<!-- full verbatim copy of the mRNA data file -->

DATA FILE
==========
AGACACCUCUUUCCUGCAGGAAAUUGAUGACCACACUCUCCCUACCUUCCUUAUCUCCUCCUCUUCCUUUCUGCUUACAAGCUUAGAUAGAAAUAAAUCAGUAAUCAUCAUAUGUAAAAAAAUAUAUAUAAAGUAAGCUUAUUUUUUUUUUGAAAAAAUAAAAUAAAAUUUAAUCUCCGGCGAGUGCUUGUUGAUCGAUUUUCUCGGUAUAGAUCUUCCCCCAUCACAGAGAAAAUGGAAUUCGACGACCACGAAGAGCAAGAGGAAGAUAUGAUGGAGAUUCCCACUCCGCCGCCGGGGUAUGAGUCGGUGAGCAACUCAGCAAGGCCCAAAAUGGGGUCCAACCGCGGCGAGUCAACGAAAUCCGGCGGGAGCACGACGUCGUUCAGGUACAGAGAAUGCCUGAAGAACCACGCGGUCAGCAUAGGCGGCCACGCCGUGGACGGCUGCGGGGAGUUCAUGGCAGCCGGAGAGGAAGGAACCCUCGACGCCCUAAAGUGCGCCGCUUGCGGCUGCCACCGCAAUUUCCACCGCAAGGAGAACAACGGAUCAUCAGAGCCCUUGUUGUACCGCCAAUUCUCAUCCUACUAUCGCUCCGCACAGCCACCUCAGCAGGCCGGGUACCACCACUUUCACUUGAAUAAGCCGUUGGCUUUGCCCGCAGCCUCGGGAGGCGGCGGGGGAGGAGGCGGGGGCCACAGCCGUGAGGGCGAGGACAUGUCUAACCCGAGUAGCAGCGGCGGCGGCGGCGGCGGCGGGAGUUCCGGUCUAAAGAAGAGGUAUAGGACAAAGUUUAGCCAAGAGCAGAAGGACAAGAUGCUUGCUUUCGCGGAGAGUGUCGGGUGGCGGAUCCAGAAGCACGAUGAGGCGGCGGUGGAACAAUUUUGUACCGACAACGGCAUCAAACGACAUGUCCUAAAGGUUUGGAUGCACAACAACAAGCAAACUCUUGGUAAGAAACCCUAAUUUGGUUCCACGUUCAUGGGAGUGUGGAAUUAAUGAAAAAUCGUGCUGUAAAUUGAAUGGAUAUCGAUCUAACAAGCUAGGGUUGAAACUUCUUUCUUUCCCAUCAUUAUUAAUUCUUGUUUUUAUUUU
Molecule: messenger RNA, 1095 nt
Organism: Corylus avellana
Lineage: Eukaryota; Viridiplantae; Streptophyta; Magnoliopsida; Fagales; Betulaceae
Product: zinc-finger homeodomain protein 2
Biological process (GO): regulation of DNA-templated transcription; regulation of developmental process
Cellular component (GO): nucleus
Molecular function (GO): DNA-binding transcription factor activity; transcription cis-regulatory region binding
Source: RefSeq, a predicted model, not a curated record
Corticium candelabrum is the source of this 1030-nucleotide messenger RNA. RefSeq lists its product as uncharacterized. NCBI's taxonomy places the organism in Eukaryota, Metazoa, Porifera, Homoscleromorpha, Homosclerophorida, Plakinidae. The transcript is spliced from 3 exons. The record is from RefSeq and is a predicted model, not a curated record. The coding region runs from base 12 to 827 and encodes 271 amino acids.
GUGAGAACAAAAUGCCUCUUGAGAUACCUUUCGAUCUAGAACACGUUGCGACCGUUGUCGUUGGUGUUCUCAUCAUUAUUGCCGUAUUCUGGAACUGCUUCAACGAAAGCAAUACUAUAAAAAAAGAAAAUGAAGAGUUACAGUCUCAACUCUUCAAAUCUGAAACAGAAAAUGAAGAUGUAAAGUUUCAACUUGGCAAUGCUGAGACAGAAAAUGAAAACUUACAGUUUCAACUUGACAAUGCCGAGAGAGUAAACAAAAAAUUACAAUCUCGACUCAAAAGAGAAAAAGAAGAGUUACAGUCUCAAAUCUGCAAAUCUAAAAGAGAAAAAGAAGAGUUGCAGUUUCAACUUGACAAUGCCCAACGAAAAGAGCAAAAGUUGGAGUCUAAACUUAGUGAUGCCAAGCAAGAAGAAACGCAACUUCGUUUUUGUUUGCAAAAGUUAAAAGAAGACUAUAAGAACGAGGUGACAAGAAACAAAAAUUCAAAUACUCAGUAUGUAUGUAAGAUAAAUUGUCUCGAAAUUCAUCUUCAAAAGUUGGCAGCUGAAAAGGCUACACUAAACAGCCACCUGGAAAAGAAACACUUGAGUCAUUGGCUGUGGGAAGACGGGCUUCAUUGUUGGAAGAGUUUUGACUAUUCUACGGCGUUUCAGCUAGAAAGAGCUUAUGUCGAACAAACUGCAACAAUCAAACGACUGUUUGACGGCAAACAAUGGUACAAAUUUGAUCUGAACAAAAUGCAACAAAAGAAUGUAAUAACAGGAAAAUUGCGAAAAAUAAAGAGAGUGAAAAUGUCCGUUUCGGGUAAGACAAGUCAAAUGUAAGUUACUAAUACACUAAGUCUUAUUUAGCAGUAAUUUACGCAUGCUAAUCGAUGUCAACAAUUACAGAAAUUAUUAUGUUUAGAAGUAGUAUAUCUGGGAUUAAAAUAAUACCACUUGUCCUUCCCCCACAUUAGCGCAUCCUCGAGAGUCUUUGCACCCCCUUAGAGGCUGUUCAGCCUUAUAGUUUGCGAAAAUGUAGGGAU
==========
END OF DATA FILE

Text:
AGACACCUCUUUCCUGCAGGAAAUUGAUGACCACACUCUCCCUACCUUCCUUAUCUCCUCCUCUUCCUUUCUGCUUACAAGCUUAGAUAGAAAUAAAUCAGUAAUCAUCAUAUGUAAAAAAAUAUAUAUAAAGUAAGCUUAUUUUUUUUUUGAAAAAAUAAAAUAAAAUUUAAUCUCCGGCGAGUGCUUGUUGAUCGAUUUUCUCGGUAUAGAUCUUCCCCCAUCACAGAGAAAAUGGAAUUCGACGACCACGAAGAGCAAGAGGAAGAUAUGAUGGAGAUUCCCACUCCGCCGCCGGGGUAUGAGUCGGUGAGCAACUCAGCAAGGCCCAAAAUGGGGUCCAACCGCGGCGAGUCAACGAAAUCCGGCGGGAGCACGACGUCGUUCAGGUACAGAGAAUGCCUGAAGAACCACGCGGUCAGCAUAGGCGGCCACGCCGUGGACGGCUGCGGGGAGUUCAUGGCAGCCGGAGAGGAAGGAACCCUCGACGCCCUAAAGUGCGCCGCUUGCGGCUGCCACCGCAAUUUCCACCGCAAGGAGAACAACGGAUCAUCAGAGCCCUUGUUGUACCGCCAAUUCUCAUCCUACUAUCGCUCCGCACAGCCACCUCAGCAGGCCGGGUACCACCACUUUCACUUGAAUAAGCCGUUGGCUUUGCCCGCAGCCUCGGGAGGCGGCGGGGGAGGAGGCGGGGGCCACAGCCGUGAGGGCGAGGACAUGUCUAACCCGAGUAGCAGCGGCGGCGGCGGCGGCGGCGGGAGUUCCGGUCUAAAGAAGAGGUAUAGGACAAAGUUUAGCCAAGAGCAGAAGGACAAGAUGCUUGCUUUCGCGGAGAGUGUCGGGUGGCGGAUCCAGAAGCACGAUGAGGCGGCGGUGGAACAAUUUUGUACCGACAACGGCAUCAAACGACAUGUCCUAAAGGUUUGGAUGCACAACAACAAGCAAACUCUUGGUAAGAAACCCUAAUUUGGUUCCACGUUCAUGGGAGUGUGGAAUUAAUGAAAAAUCGUGCUGUAAAUUGAAUGGAUAUCGAUCUAACAAGCUAGGGUUGAAACUUCUUUCUUUCCCAUCAUUAUUAAUUCUUGUUUUUAUUUU
Molecule: messenger RNA, 1095 nt
Organism: Corylus avellana
Lineage: Eukaryota; Viridiplantae; Streptophyta; Magnoliopsida; Fagales; Betulaceae
Product: zinc-finger homeodomain protein 2
Biological process (GO): regulation of DNA-templated transcription; regulation of developmental process
Cellular component (GO): nucleus
Molecular function (GO): DNA-binding transcription factor activity; transcription cis-regulatory region binding
Source: RefSeq, a predicted model, not a curated record
Corticium candelabrum is the source of this 1030-nucleotide messenger RNA. RefSeq lists its product as uncharacterized. NCBI's taxonomy places the organism in Eukaryota, Metazoa, Porifera, Homoscleromorpha, Homosclerophorida, Plakinidae. The transcript is spliced from 3 exons. The record is from RefSeq and is a predicted model, not a curated record. The coding region runs from base 12 to 827 and encodes 271 amino acids.
GUGAGAACAAAAUGCCUCUUGAGAUACCUUUCGAUCUAGAACACGUUGCGACCGUUGUCGUUGGUGUUCUCAUCAUUAUUGCCGUAUUCUGGAACUGCUUCAACGAAAGCAAUACUAUAAAAAAAGAAAAUGAAGAGUUACAGUCUCAACUCUUCAAAUCUGAAACAGAAAAUGAAGAUGUAAAGUUUCAACUUGGCAAUGCUGAGACAGAAAAUGAAAACUUACAGUUUCAACUUGACAAUGCCGAGAGAGUAAACAAAAAAUUACAAUCUCGACUCAAAAGAGAAAAAGAAGAGUUACAGUCUCAAAUCUGCAAAUCUAAAAGAGAAAAAGAAGAGUUGCAGUUUCAACUUGACAAUGCCCAACGAAAAGAGCAAAAGUUGGAGUCUAAACUUAGUGAUGCCAAGCAAGAAGAAACGCAACUUCGUUUUUGUUUGCAAAAGUUAAAAGAAGACUAUAAGAACGAGGUGACAAGAAACAAAAAUUCAAAUACUCAGUAUGUAUGUAAGAUAAAUUGUCUCGAAAUUCAUCUUCAAAAGUUGGCAGCUGAAAAGGCUACACUAAACAGCCACCUGGAAAAGAAACACUUGAGUCAUUGGCUGUGGGAAGACGGGCUUCAUUGUUGGAAGAGUUUUGACUAUUCUACGGCGUUUCAGCUAGAAAGAGCUUAUGUCGAACAAACUGCAACAAUCAAACGACUGUUUGACGGCAAACAAUGGUACAAAUUUGAUCUGAACAAAAUGCAACAAAAGAAUGUAAUAACAGGAAAAUUGCGAAAAAUAAAGAGAGUGAAAAUGUCCGUUUCGGGUAAGACAAGUCAAAUGUAAGUUACUAAUACACUAAGUCUUAUUUAGCAGUAAUUUACGCAUGCUAAUCGAUGUCAACAAUUACAGAAAUUAUUAUGUUUAGAAGUAGUAUAUCUGGGAUUAAAAUAAUACCACUUGUCCUUCCCCCACAUUAGCGCAUCCUCGAGAGUCUUUGCACCCCCUUAGAGGCUGUUCAGCCUUAUAGUUUGCGAAAAUGUAGGGAU